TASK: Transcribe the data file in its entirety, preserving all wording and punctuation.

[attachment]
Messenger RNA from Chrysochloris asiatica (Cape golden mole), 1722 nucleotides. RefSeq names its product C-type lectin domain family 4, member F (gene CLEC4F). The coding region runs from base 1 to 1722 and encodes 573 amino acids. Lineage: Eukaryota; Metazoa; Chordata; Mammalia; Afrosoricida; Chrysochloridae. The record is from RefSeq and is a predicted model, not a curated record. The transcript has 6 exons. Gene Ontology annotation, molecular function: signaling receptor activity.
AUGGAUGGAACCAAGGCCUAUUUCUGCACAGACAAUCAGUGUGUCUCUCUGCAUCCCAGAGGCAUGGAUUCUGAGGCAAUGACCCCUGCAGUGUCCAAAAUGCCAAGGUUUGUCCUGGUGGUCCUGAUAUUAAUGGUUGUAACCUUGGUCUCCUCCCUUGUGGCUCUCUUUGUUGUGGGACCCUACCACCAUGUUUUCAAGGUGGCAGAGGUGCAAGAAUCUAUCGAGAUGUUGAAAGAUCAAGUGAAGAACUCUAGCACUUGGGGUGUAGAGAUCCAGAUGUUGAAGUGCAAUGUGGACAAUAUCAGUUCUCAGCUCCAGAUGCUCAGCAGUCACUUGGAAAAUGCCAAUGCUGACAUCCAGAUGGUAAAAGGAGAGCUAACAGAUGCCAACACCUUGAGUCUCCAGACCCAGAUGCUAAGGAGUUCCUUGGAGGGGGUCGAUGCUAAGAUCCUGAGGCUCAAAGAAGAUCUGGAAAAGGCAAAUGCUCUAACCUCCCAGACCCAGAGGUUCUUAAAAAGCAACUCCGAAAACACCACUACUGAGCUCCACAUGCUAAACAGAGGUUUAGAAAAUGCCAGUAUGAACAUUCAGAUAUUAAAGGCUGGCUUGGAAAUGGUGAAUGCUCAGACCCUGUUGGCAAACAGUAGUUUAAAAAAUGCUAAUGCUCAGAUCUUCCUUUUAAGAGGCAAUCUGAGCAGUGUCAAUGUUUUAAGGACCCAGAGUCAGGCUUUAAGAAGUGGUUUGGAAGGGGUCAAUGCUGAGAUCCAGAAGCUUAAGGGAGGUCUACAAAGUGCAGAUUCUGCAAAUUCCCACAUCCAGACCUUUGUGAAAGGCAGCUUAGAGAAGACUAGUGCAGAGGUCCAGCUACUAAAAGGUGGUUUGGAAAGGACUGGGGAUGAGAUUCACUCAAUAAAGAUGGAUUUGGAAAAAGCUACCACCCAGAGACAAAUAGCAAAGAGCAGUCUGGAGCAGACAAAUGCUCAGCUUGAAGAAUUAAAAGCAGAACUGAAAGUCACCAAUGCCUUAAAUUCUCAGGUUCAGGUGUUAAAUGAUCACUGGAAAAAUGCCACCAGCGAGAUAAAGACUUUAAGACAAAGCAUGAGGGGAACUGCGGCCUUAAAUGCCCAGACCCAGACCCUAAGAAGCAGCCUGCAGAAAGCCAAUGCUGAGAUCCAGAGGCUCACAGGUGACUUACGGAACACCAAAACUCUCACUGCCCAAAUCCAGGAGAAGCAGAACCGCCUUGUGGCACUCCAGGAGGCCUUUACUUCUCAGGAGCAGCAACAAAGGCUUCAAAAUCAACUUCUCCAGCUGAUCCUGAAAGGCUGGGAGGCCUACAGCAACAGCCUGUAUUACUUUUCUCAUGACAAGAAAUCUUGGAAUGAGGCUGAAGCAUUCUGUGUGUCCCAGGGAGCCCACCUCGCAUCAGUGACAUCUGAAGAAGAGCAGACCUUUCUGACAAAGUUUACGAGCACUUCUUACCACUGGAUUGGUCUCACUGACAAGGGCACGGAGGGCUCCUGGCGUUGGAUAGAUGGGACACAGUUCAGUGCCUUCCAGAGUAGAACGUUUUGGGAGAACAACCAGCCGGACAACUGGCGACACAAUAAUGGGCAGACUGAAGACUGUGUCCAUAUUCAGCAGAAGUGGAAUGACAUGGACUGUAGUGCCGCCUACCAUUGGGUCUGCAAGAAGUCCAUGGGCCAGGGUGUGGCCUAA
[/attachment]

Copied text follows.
Messenger RNA from Chrysochloris asiatica (Cape golden mole), 1722 nucleotides. RefSeq names its product C-type lectin domain family 4, member F (gene CLEC4F). The coding region runs from base 1 to 1722 and encodes 573 amino acids. Lineage: Eukaryota; Metazoa; Chordata; Mammalia; Afrosoricida; Chrysochloridae. The record is from RefSeq and is a predicted model, not a curated record. The transcript has 6 exons. Gene Ontology annotation, molecular function: signaling receptor activity.
AUGGAUGGAACCAAGGCCUAUUUCUGCACAGACAAUCAGUGUGUCUCUCUGCAUCCCAGAGGCAUGGAUUCUGAGGCAAUGACCCCUGCAGUGUCCAAAAUGCCAAGGUUUGUCCUGGUGGUCCUGAUAUUAAUGGUUGUAACCUUGGUCUCCUCCCUUGUGGCUCUCUUUGUUGUGGGACCCUACCACCAUGUUUUCAAGGUGGCAGAGGUGCAAGAAUCUAUCGAGAUGUUGAAAGAUCAAGUGAAGAACUCUAGCACUUGGGGUGUAGAGAUCCAGAUGUUGAAGUGCAAUGUGGACAAUAUCAGUUCUCAGCUCCAGAUGCUCAGCAGUCACUUGGAAAAUGCCAAUGCUGACAUCCAGAUGGUAAAAGGAGAGCUAACAGAUGCCAACACCUUGAGUCUCCAGACCCAGAUGCUAAGGAGUUCCUUGGAGGGGGUCGAUGCUAAGAUCCUGAGGCUCAAAGAAGAUCUGGAAAAGGCAAAUGCUCUAACCUCCCAGACCCAGAGGUUCUUAAAAAGCAACUCCGAAAACACCACUACUGAGCUCCACAUGCUAAACAGAGGUUUAGAAAAUGCCAGUAUGAACAUUCAGAUAUUAAAGGCUGGCUUGGAAAUGGUGAAUGCUCAGACCCUGUUGGCAAACAGUAGUUUAAAAAAUGCUAAUGCUCAGAUCUUCCUUUUAAGAGGCAAUCUGAGCAGUGUCAAUGUUUUAAGGACCCAGAGUCAGGCUUUAAGAAGUGGUUUGGAAGGGGUCAAUGCUGAGAUCCAGAAGCUUAAGGGAGGUCUACAAAGUGCAGAUUCUGCAAAUUCCCACAUCCAGACCUUUGUGAAAGGCAGCUUAGAGAAGACUAGUGCAGAGGUCCAGCUACUAAAAGGUGGUUUGGAAAGGACUGGGGAUGAGAUUCACUCAAUAAAGAUGGAUUUGGAAAAAGCUACCACCCAGAGACAAAUAGCAAAGAGCAGUCUGGAGCAGACAAAUGCUCAGCUUGAAGAAUUAAAAGCAGAACUGAAAGUCACCAAUGCCUUAAAUUCUCAGGUUCAGGUGUUAAAUGAUCACUGGAAAAAUGCCACCAGCGAGAUAAAGACUUUAAGACAAAGCAUGAGGGGAACUGCGGCCUUAAAUGCCCAGACCCAGACCCUAAGAAGCAGCCUGCAGAAAGCCAAUGCUGAGAUCCAGAGGCUCACAGGUGACUUACGGAACACCAAAACUCUCACUGCCCAAAUCCAGGAGAAGCAGAACCGCCUUGUGGCACUCCAGGAGGCCUUUACUUCUCAGGAGCAGCAACAAAGGCUUCAAAAUCAACUUCUCCAGCUGAUCCUGAAAGGCUGGGAGGCCUACAGCAACAGCCUGUAUUACUUUUCUCAUGACAAGAAAUCUUGGAAUGAGGCUGAAGCAUUCUGUGUGUCCCAGGGAGCCCACCUCGCAUCAGUGACAUCUGAAGAAGAGCAGACCUUUCUGACAAAGUUUACGAGCACUUCUUACCACUGGAUUGGUCUCACUGACAAGGGCACGGAGGGCUCCUGGCGUUGGAUAGAUGGGACACAGUUCAGUGCCUUCCAGAGUAGAACGUUUUGGGAGAACAACCAGCCGGACAACUGGCGACACAAUAAUGGGCAGACUGAAGACUGUGUCCAUAUUCAGCAGAAGUGGAAUGACAUGGACUGUAGUGCCGCCUACCAUUGGGUCUGCAAGAAGUCCAUGGGCCAGGGUGUGGCCUAA